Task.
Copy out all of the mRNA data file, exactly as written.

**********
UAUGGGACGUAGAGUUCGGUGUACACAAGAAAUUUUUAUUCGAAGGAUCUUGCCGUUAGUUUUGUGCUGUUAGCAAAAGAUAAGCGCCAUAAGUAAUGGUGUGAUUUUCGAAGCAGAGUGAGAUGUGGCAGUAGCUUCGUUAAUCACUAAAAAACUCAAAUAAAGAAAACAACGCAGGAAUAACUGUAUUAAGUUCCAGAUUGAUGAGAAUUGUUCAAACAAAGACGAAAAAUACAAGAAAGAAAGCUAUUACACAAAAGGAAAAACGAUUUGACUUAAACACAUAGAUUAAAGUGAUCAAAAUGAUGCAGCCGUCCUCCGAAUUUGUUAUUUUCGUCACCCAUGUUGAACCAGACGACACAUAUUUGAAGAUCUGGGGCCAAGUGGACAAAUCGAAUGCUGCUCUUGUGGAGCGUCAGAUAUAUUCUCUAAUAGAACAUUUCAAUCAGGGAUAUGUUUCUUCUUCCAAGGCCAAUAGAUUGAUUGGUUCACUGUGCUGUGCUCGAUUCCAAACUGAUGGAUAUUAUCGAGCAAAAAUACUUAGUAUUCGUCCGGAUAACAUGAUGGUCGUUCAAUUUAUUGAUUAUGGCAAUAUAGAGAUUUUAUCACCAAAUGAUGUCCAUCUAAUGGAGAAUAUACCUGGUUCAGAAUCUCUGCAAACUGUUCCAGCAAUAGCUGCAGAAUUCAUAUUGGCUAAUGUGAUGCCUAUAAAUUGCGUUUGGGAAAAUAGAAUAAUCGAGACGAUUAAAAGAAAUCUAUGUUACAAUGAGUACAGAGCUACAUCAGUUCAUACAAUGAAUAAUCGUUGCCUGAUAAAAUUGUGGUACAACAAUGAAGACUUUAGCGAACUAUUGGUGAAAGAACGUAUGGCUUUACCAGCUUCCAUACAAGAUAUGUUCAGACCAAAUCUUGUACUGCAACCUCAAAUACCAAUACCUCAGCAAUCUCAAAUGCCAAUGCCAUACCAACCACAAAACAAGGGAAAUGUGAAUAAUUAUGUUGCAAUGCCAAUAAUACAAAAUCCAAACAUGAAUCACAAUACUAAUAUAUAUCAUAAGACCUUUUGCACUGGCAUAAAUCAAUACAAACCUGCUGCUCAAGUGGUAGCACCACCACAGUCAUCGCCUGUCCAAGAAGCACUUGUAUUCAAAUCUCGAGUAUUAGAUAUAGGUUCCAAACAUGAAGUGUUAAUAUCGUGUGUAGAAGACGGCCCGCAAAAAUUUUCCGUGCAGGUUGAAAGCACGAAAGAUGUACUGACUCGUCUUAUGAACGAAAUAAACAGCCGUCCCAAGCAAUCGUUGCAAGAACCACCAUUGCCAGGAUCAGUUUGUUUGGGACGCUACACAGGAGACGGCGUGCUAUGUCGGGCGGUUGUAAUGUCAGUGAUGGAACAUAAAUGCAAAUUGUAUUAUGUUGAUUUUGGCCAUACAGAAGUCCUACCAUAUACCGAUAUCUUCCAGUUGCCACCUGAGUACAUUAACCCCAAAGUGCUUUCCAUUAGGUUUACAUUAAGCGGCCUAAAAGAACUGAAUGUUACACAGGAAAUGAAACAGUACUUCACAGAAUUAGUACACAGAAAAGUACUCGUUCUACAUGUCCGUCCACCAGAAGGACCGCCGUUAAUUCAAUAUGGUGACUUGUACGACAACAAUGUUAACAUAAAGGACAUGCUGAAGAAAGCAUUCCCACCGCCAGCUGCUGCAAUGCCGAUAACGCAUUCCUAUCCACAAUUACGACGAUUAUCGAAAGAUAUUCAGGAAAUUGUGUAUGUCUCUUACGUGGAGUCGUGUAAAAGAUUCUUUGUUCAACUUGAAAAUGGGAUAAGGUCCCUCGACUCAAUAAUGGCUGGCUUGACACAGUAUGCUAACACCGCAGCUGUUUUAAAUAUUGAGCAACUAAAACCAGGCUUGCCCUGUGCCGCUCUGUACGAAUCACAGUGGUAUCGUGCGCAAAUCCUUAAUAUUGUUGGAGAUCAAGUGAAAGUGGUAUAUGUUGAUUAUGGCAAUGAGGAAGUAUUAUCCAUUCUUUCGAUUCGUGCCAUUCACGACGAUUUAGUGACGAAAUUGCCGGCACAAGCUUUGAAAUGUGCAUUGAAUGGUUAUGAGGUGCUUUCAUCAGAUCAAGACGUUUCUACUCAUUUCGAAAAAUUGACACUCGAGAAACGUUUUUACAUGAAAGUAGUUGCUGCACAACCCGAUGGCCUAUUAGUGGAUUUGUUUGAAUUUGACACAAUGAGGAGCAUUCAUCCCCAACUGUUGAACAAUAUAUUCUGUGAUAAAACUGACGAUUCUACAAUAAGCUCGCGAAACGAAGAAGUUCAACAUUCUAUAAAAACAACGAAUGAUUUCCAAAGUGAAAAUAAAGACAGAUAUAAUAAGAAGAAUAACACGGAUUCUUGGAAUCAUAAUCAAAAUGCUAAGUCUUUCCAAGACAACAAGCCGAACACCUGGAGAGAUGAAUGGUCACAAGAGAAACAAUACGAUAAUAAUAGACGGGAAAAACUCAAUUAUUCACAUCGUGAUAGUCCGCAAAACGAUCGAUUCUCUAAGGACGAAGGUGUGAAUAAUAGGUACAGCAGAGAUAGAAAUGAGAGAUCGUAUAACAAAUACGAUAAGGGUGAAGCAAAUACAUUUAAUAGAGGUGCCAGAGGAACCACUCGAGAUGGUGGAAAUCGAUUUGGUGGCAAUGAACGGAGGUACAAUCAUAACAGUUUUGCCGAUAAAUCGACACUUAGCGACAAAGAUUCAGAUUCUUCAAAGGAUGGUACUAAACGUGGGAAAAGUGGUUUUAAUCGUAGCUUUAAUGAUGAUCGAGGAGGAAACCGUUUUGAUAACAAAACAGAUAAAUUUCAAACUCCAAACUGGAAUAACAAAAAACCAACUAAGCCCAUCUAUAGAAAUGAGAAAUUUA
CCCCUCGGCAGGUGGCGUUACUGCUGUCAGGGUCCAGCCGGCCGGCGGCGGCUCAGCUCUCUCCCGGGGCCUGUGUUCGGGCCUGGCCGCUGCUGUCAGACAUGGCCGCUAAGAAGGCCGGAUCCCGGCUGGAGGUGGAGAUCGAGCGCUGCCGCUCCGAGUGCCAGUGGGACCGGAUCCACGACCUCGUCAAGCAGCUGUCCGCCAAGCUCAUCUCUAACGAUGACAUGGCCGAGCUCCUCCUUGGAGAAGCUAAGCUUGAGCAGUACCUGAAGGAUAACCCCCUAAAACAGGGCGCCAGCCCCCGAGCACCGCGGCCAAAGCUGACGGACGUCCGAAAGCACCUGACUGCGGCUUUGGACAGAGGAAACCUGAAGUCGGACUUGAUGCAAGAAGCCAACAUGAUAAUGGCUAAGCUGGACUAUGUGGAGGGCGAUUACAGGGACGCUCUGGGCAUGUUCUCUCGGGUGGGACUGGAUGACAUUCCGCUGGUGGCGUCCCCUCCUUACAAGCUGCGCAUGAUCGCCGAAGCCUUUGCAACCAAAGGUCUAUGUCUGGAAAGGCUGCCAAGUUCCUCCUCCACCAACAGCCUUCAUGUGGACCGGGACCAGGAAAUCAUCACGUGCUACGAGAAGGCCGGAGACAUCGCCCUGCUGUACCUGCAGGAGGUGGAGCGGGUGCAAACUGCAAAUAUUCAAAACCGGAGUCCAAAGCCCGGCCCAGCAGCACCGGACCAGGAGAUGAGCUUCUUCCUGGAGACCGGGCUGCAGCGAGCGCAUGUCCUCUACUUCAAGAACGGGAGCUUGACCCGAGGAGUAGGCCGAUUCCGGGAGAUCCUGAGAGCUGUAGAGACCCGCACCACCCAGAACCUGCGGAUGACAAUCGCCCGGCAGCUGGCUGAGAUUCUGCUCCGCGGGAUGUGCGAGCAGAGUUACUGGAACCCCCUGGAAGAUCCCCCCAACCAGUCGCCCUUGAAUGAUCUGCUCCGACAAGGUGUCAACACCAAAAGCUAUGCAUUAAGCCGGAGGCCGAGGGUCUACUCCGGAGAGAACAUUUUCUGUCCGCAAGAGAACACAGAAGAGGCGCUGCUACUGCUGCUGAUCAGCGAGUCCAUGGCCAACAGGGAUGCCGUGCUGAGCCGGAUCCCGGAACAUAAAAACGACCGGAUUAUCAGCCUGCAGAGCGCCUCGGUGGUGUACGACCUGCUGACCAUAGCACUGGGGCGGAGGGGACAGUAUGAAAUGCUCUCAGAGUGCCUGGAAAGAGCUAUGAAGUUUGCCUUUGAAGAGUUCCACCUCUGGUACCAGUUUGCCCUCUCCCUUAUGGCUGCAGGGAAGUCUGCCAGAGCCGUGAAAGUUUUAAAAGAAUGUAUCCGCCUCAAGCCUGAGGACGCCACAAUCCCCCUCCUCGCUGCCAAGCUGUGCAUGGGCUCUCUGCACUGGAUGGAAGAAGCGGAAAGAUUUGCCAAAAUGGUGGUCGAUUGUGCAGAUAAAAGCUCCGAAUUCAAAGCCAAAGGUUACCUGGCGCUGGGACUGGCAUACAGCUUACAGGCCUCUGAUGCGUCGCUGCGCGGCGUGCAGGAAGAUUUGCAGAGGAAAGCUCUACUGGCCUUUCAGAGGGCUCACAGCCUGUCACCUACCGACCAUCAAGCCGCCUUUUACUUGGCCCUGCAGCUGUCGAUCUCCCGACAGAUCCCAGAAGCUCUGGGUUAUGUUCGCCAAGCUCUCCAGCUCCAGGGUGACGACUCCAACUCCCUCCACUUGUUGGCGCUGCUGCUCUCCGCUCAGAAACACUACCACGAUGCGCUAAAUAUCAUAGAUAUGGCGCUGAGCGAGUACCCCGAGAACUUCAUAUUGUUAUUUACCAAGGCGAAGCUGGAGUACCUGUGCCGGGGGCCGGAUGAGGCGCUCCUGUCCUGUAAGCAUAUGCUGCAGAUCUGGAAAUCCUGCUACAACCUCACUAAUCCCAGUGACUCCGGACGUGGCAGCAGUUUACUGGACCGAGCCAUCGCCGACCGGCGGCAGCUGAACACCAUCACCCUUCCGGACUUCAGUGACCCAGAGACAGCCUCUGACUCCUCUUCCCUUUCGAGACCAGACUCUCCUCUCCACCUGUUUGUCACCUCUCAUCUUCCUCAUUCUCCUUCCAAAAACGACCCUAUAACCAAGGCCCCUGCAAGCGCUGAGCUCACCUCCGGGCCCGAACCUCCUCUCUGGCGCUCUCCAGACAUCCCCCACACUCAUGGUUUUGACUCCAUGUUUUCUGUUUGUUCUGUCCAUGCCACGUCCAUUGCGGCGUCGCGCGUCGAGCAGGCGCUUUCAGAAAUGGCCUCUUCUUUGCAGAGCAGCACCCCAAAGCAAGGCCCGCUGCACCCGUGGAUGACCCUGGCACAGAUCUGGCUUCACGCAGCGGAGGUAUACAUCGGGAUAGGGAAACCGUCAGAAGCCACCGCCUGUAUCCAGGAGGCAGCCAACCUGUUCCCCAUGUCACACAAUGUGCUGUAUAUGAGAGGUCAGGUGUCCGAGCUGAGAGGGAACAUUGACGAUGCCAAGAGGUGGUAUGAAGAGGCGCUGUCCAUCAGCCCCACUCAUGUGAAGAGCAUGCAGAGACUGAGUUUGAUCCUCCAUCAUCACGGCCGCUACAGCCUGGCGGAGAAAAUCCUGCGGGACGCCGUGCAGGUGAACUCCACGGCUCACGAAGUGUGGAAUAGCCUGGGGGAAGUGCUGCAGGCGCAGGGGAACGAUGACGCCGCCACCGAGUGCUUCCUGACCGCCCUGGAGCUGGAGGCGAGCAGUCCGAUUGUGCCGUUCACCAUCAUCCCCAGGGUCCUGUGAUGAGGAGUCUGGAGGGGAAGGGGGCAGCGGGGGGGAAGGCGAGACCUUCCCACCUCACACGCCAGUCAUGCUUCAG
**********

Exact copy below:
UAUGGGACGUAGAGUUCGGUGUACACAAGAAAUUUUUAUUCGAAGGAUCUUGCCGUUAGUUUUGUGCUGUUAGCAAAAGAUAAGCGCCAUAAGUAAUGGUGUGAUUUUCGAAGCAGAGUGAGAUGUGGCAGUAGCUUCGUUAAUCACUAAAAAACUCAAAUAAAGAAAACAACGCAGGAAUAACUGUAUUAAGUUCCAGAUUGAUGAGAAUUGUUCAAACAAAGACGAAAAAUACAAGAAAGAAAGCUAUUACACAAAAGGAAAAACGAUUUGACUUAAACACAUAGAUUAAAGUGAUCAAAAUGAUGCAGCCGUCCUCCGAAUUUGUUAUUUUCGUCACCCAUGUUGAACCAGACGACACAUAUUUGAAGAUCUGGGGCCAAGUGGACAAAUCGAAUGCUGCUCUUGUGGAGCGUCAGAUAUAUUCUCUAAUAGAACAUUUCAAUCAGGGAUAUGUUUCUUCUUCCAAGGCCAAUAGAUUGAUUGGUUCACUGUGCUGUGCUCGAUUCCAAACUGAUGGAUAUUAUCGAGCAAAAAUACUUAGUAUUCGUCCGGAUAACAUGAUGGUCGUUCAAUUUAUUGAUUAUGGCAAUAUAGAGAUUUUAUCACCAAAUGAUGUCCAUCUAAUGGAGAAUAUACCUGGUUCAGAAUCUCUGCAAACUGUUCCAGCAAUAGCUGCAGAAUUCAUAUUGGCUAAUGUGAUGCCUAUAAAUUGCGUUUGGGAAAAUAGAAUAAUCGAGACGAUUAAAAGAAAUCUAUGUUACAAUGAGUACAGAGCUACAUCAGUUCAUACAAUGAAUAAUCGUUGCCUGAUAAAAUUGUGGUACAACAAUGAAGACUUUAGCGAACUAUUGGUGAAAGAACGUAUGGCUUUACCAGCUUCCAUACAAGAUAUGUUCAGACCAAAUCUUGUACUGCAACCUCAAAUACCAAUACCUCAGCAAUCUCAAAUGCCAAUGCCAUACCAACCACAAAACAAGGGAAAUGUGAAUAAUUAUGUUGCAAUGCCAAUAAUACAAAAUCCAAACAUGAAUCACAAUACUAAUAUAUAUCAUAAGACCUUUUGCACUGGCAUAAAUCAAUACAAACCUGCUGCUCAAGUGGUAGCACCACCACAGUCAUCGCCUGUCCAAGAAGCACUUGUAUUCAAAUCUCGAGUAUUAGAUAUAGGUUCCAAACAUGAAGUGUUAAUAUCGUGUGUAGAAGACGGCCCGCAAAAAUUUUCCGUGCAGGUUGAAAGCACGAAAGAUGUACUGACUCGUCUUAUGAACGAAAUAAACAGCCGUCCCAAGCAAUCGUUGCAAGAACCACCAUUGCCAGGAUCAGUUUGUUUGGGACGCUACACAGGAGACGGCGUGCUAUGUCGGGCGGUUGUAAUGUCAGUGAUGGAACAUAAAUGCAAAUUGUAUUAUGUUGAUUUUGGCCAUACAGAAGUCCUACCAUAUACCGAUAUCUUCCAGUUGCCACCUGAGUACAUUAACCCCAAAGUGCUUUCCAUUAGGUUUACAUUAAGCGGCCUAAAAGAACUGAAUGUUACACAGGAAAUGAAACAGUACUUCACAGAAUUAGUACACAGAAAAGUACUCGUUCUACAUGUCCGUCCACCAGAAGGACCGCCGUUAAUUCAAUAUGGUGACUUGUACGACAACAAUGUUAACAUAAAGGACAUGCUGAAGAAAGCAUUCCCACCGCCAGCUGCUGCAAUGCCGAUAACGCAUUCCUAUCCACAAUUACGACGAUUAUCGAAAGAUAUUCAGGAAAUUGUGUAUGUCUCUUACGUGGAGUCGUGUAAAAGAUUCUUUGUUCAACUUGAAAAUGGGAUAAGGUCCCUCGACUCAAUAAUGGCUGGCUUGACACAGUAUGCUAACACCGCAGCUGUUUUAAAUAUUGAGCAACUAAAACCAGGCUUGCCCUGUGCCGCUCUGUACGAAUCACAGUGGUAUCGUGCGCAAAUCCUUAAUAUUGUUGGAGAUCAAGUGAAAGUGGUAUAUGUUGAUUAUGGCAAUGAGGAAGUAUUAUCCAUUCUUUCGAUUCGUGCCAUUCACGACGAUUUAGUGACGAAAUUGCCGGCACAAGCUUUGAAAUGUGCAUUGAAUGGUUAUGAGGUGCUUUCAUCAGAUCAAGACGUUUCUACUCAUUUCGAAAAAUUGACACUCGAGAAACGUUUUUACAUGAAAGUAGUUGCUGCACAACCCGAUGGCCUAUUAGUGGAUUUGUUUGAAUUUGACACAAUGAGGAGCAUUCAUCCCCAACUGUUGAACAAUAUAUUCUGUGAUAAAACUGACGAUUCUACAAUAAGCUCGCGAAACGAAGAAGUUCAACAUUCUAUAAAAACAACGAAUGAUUUCCAAAGUGAAAAUAAAGACAGAUAUAAUAAGAAGAAUAACACGGAUUCUUGGAAUCAUAAUCAAAAUGCUAAGUCUUUCCAAGACAACAAGCCGAACACCUGGAGAGAUGAAUGGUCACAAGAGAAACAAUACGAUAAUAAUAGACGGGAAAAACUCAAUUAUUCACAUCGUGAUAGUCCGCAAAACGAUCGAUUCUCUAAGGACGAAGGUGUGAAUAAUAGGUACAGCAGAGAUAGAAAUGAGAGAUCGUAUAACAAAUACGAUAAGGGUGAAGCAAAUACAUUUAAUAGAGGUGCCAGAGGAACCACUCGAGAUGGUGGAAAUCGAUUUGGUGGCAAUGAACGGAGGUACAAUCAUAACAGUUUUGCCGAUAAAUCGACACUUAGCGACAAAGAUUCAGAUUCUUCAAAGGAUGGUACUAAACGUGGGAAAAGUGGUUUUAAUCGUAGCUUUAAUGAUGAUCGAGGAGGAAACCGUUUUGAUAACAAAACAGAUAAAUUUCAAACUCCAAACUGGAAUAACAAAAAACCAACUAAGCCCAUCUAUAGAAAUGAGAAAUUUA
CCCCUCGGCAGGUGGCGUUACUGCUGUCAGGGUCCAGCCGGCCGGCGGCGGCUCAGCUCUCUCCCGGGGCCUGUGUUCGGGCCUGGCCGCUGCUGUCAGACAUGGCCGCUAAGAAGGCCGGAUCCCGGCUGGAGGUGGAGAUCGAGCGCUGCCGCUCCGAGUGCCAGUGGGACCGGAUCCACGACCUCGUCAAGCAGCUGUCCGCCAAGCUCAUCUCUAACGAUGACAUGGCCGAGCUCCUCCUUGGAGAAGCUAAGCUUGAGCAGUACCUGAAGGAUAACCCCCUAAAACAGGGCGCCAGCCCCCGAGCACCGCGGCCAAAGCUGACGGACGUCCGAAAGCACCUGACUGCGGCUUUGGACAGAGGAAACCUGAAGUCGGACUUGAUGCAAGAAGCCAACAUGAUAAUGGCUAAGCUGGACUAUGUGGAGGGCGAUUACAGGGACGCUCUGGGCAUGUUCUCUCGGGUGGGACUGGAUGACAUUCCGCUGGUGGCGUCCCCUCCUUACAAGCUGCGCAUGAUCGCCGAAGCCUUUGCAACCAAAGGUCUAUGUCUGGAAAGGCUGCCAAGUUCCUCCUCCACCAACAGCCUUCAUGUGGACCGGGACCAGGAAAUCAUCACGUGCUACGAGAAGGCCGGAGACAUCGCCCUGCUGUACCUGCAGGAGGUGGAGCGGGUGCAAACUGCAAAUAUUCAAAACCGGAGUCCAAAGCCCGGCCCAGCAGCACCGGACCAGGAGAUGAGCUUCUUCCUGGAGACCGGGCUGCAGCGAGCGCAUGUCCUCUACUUCAAGAACGGGAGCUUGACCCGAGGAGUAGGCCGAUUCCGGGAGAUCCUGAGAGCUGUAGAGACCCGCACCACCCAGAACCUGCGGAUGACAAUCGCCCGGCAGCUGGCUGAGAUUCUGCUCCGCGGGAUGUGCGAGCAGAGUUACUGGAACCCCCUGGAAGAUCCCCCCAACCAGUCGCCCUUGAAUGAUCUGCUCCGACAAGGUGUCAACACCAAAAGCUAUGCAUUAAGCCGGAGGCCGAGGGUCUACUCCGGAGAGAACAUUUUCUGUCCGCAAGAGAACACAGAAGAGGCGCUGCUACUGCUGCUGAUCAGCGAGUCCAUGGCCAACAGGGAUGCCGUGCUGAGCCGGAUCCCGGAACAUAAAAACGACCGGAUUAUCAGCCUGCAGAGCGCCUCGGUGGUGUACGACCUGCUGACCAUAGCACUGGGGCGGAGGGGACAGUAUGAAAUGCUCUCAGAGUGCCUGGAAAGAGCUAUGAAGUUUGCCUUUGAAGAGUUCCACCUCUGGUACCAGUUUGCCCUCUCCCUUAUGGCUGCAGGGAAGUCUGCCAGAGCCGUGAAAGUUUUAAAAGAAUGUAUCCGCCUCAAGCCUGAGGACGCCACAAUCCCCCUCCUCGCUGCCAAGCUGUGCAUGGGCUCUCUGCACUGGAUGGAAGAAGCGGAAAGAUUUGCCAAAAUGGUGGUCGAUUGUGCAGAUAAAAGCUCCGAAUUCAAAGCCAAAGGUUACCUGGCGCUGGGACUGGCAUACAGCUUACAGGCCUCUGAUGCGUCGCUGCGCGGCGUGCAGGAAGAUUUGCAGAGGAAAGCUCUACUGGCCUUUCAGAGGGCUCACAGCCUGUCACCUACCGACCAUCAAGCCGCCUUUUACUUGGCCCUGCAGCUGUCGAUCUCCCGACAGAUCCCAGAAGCUCUGGGUUAUGUUCGCCAAGCUCUCCAGCUCCAGGGUGACGACUCCAACUCCCUCCACUUGUUGGCGCUGCUGCUCUCCGCUCAGAAACACUACCACGAUGCGCUAAAUAUCAUAGAUAUGGCGCUGAGCGAGUACCCCGAGAACUUCAUAUUGUUAUUUACCAAGGCGAAGCUGGAGUACCUGUGCCGGGGGCCGGAUGAGGCGCUCCUGUCCUGUAAGCAUAUGCUGCAGAUCUGGAAAUCCUGCUACAACCUCACUAAUCCCAGUGACUCCGGACGUGGCAGCAGUUUACUGGACCGAGCCAUCGCCGACCGGCGGCAGCUGAACACCAUCACCCUUCCGGACUUCAGUGACCCAGAGACAGCCUCUGACUCCUCUUCCCUUUCGAGACCAGACUCUCCUCUCCACCUGUUUGUCACCUCUCAUCUUCCUCAUUCUCCUUCCAAAAACGACCCUAUAACCAAGGCCCCUGCAAGCGCUGAGCUCACCUCCGGGCCCGAACCUCCUCUCUGGCGCUCUCCAGACAUCCCCCACACUCAUGGUUUUGACUCCAUGUUUUCUGUUUGUUCUGUCCAUGCCACGUCCAUUGCGGCGUCGCGCGUCGAGCAGGCGCUUUCAGAAAUGGCCUCUUCUUUGCAGAGCAGCACCCCAAAGCAAGGCCCGCUGCACCCGUGGAUGACCCUGGCACAGAUCUGGCUUCACGCAGCGGAGGUAUACAUCGGGAUAGGGAAACCGUCAGAAGCCACCGCCUGUAUCCAGGAGGCAGCCAACCUGUUCCCCAUGUCACACAAUGUGCUGUAUAUGAGAGGUCAGGUGUCCGAGCUGAGAGGGAACAUUGACGAUGCCAAGAGGUGGUAUGAAGAGGCGCUGUCCAUCAGCCCCACUCAUGUGAAGAGCAUGCAGAGACUGAGUUUGAUCCUCCAUCAUCACGGCCGCUACAGCCUGGCGGAGAAAAUCCUGCGGGACGCCGUGCAGGUGAACUCCACGGCUCACGAAGUGUGGAAUAGCCUGGGGGAAGUGCUGCAGGCGCAGGGGAACGAUGACGCCGCCACCGAGUGCUUCCUGACCGCCCUGGAGCUGGAGGCGAGCAGUCCGAUUGUGCCGUUCACCAUCAUCCCCAGGGUCCUGUGAUGAGGAGUCUGGAGGGGAAGGGGGCAGCGGGGGGGAAGGCGAGACCUUCCCACCUCACACGCCAGUCAUGCUUCAG